Women still struggle to close gender gap in science, technology
A biotech technician examines a rose plant that began as cells grown in a tissue culture. (Source: GNU Image)
(RNN) - When most people talk about Title IX, it's the athletic opportunities afforded women that gets the most attention. However, the law also prohibits gender discrimination in any educational institution funded by the federal government.
The law opened up opportunities for women in science technology, engineering and math (or STEM) jobs, something former astronaut and first woman of color in space Mae Jemison learned firsthand.
Jemison began pursuing a career in science at a young age. She told the Senate Tuesday she was the first and only girl to take a drafting class at her high school. She was met often with skepticism, but at 16 years old, attended Stanford to pursue a degree in engineering.
"Professors outside the sciences seemed far more welcoming to me and this enabled me to emotionally recharge and surmount the challenges posed by the poor reception I received from my professors in STEM courses - hurdles the male students did not encounter," she said. "I regret to say that I may have earned that engineering degree in spite of, rather than because of, some of my professors."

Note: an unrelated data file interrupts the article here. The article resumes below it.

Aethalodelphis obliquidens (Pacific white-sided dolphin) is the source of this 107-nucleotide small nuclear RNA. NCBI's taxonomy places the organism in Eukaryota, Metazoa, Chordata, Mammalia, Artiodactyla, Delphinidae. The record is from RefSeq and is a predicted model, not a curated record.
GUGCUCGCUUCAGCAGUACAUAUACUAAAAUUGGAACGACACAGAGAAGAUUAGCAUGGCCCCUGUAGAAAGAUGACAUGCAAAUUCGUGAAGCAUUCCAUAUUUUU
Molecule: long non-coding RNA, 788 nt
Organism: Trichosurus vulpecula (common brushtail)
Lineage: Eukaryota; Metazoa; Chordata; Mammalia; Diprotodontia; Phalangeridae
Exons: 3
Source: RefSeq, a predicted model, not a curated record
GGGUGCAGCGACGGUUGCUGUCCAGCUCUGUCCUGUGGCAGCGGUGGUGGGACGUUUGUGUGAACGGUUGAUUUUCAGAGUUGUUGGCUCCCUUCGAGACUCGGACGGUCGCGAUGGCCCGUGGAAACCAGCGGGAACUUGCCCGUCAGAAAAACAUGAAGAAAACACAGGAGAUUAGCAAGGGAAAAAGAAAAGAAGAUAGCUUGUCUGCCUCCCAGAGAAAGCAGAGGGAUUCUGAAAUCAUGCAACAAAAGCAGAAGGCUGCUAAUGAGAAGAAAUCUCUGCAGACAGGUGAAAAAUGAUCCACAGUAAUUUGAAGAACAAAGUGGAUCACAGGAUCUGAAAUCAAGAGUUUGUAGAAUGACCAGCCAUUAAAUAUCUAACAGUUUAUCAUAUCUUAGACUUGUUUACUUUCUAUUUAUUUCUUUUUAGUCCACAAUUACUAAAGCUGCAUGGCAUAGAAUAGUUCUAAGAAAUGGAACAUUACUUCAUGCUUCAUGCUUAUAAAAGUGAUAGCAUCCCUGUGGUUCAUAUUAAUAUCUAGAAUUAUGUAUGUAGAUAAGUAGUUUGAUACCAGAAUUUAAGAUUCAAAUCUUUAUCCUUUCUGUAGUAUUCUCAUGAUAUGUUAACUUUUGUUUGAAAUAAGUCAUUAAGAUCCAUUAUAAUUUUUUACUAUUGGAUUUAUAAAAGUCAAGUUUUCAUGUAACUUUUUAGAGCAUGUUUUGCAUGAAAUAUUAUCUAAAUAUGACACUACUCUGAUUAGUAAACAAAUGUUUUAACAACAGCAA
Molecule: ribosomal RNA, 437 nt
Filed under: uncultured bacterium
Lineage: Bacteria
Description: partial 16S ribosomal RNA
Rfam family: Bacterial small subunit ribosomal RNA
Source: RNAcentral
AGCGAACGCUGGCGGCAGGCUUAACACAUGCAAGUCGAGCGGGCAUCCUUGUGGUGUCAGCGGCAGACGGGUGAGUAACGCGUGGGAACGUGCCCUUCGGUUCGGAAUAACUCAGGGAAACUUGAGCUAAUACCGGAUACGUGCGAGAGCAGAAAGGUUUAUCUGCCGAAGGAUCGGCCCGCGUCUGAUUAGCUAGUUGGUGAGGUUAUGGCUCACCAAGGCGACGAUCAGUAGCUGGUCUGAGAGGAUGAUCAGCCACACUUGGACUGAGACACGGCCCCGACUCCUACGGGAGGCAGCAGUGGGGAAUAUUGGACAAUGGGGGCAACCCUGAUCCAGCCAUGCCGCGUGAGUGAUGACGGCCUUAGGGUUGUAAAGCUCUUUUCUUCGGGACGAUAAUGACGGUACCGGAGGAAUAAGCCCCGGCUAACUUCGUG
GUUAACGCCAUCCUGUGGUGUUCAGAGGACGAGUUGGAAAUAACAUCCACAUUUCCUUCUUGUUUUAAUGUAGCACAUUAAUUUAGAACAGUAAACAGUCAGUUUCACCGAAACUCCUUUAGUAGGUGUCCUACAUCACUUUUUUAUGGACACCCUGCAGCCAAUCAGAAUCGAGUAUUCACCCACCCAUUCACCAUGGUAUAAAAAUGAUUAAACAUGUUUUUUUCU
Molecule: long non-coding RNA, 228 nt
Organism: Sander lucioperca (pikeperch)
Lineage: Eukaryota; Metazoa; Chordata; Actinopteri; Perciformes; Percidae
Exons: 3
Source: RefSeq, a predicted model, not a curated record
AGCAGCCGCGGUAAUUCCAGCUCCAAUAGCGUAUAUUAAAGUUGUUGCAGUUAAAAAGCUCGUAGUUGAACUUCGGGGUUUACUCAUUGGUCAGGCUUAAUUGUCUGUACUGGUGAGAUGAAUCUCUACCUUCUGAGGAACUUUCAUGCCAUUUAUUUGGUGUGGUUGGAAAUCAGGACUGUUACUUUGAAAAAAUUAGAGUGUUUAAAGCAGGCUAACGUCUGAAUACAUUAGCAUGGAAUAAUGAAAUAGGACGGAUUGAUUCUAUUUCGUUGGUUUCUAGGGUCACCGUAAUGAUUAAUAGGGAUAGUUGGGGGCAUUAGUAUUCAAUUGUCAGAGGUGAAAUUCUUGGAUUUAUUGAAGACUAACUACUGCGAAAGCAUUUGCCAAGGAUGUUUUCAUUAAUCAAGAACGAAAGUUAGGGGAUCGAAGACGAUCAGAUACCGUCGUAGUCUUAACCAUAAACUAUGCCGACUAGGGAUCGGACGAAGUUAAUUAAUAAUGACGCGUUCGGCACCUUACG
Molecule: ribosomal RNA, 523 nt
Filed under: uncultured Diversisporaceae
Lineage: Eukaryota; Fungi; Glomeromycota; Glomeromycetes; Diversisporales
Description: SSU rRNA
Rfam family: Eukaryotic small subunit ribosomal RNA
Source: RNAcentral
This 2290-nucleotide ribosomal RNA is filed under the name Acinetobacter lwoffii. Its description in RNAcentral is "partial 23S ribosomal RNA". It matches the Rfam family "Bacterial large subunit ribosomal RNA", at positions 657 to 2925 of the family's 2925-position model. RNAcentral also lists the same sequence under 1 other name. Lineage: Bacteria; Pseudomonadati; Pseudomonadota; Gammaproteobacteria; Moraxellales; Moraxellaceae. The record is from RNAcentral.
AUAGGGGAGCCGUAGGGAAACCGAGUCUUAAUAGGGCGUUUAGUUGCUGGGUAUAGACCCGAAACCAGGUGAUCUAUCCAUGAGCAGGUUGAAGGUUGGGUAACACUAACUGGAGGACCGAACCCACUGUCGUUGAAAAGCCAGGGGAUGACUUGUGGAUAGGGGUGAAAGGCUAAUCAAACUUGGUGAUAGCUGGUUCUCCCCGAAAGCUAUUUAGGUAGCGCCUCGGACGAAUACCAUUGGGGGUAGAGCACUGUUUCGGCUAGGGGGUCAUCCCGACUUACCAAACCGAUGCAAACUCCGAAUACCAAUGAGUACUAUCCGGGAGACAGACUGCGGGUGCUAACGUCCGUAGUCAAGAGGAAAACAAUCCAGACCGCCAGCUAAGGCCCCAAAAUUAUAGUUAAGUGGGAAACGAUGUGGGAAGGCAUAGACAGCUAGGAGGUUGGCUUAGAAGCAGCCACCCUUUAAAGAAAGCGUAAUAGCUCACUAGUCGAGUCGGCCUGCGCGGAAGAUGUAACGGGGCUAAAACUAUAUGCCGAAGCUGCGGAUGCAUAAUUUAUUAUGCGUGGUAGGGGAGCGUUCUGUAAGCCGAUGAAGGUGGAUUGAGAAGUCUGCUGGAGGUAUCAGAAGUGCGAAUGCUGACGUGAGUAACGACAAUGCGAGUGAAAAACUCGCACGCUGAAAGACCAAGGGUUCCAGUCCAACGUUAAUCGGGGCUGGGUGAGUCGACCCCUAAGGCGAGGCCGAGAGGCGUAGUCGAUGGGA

Since the passage of Title IX, schools have been barred from making girls take a class considered to be more feminine, such as home economics, over one considered more masculine, like auto mechanics. It allows for gender-segregated classes only in very specific circumstances, such as while learning about puberty.
However, work still needs to be done.
According to a recent study from the Girl Scout Research Institution, 57 percent of girls between 14 and 17 years old believe they would have to work harder than men to be taken seriously in STEM careers.
A 2010 study backed up the girls' perceptions. It found that female post-doctoral candidates had to publish as many as 20 more papers than their male counterparts to be considered good in their field.
In the 2003-2004 academic year, more than three-quarters of the students enrolled in computer sciences, engineering and technology programs were men, according to government data.
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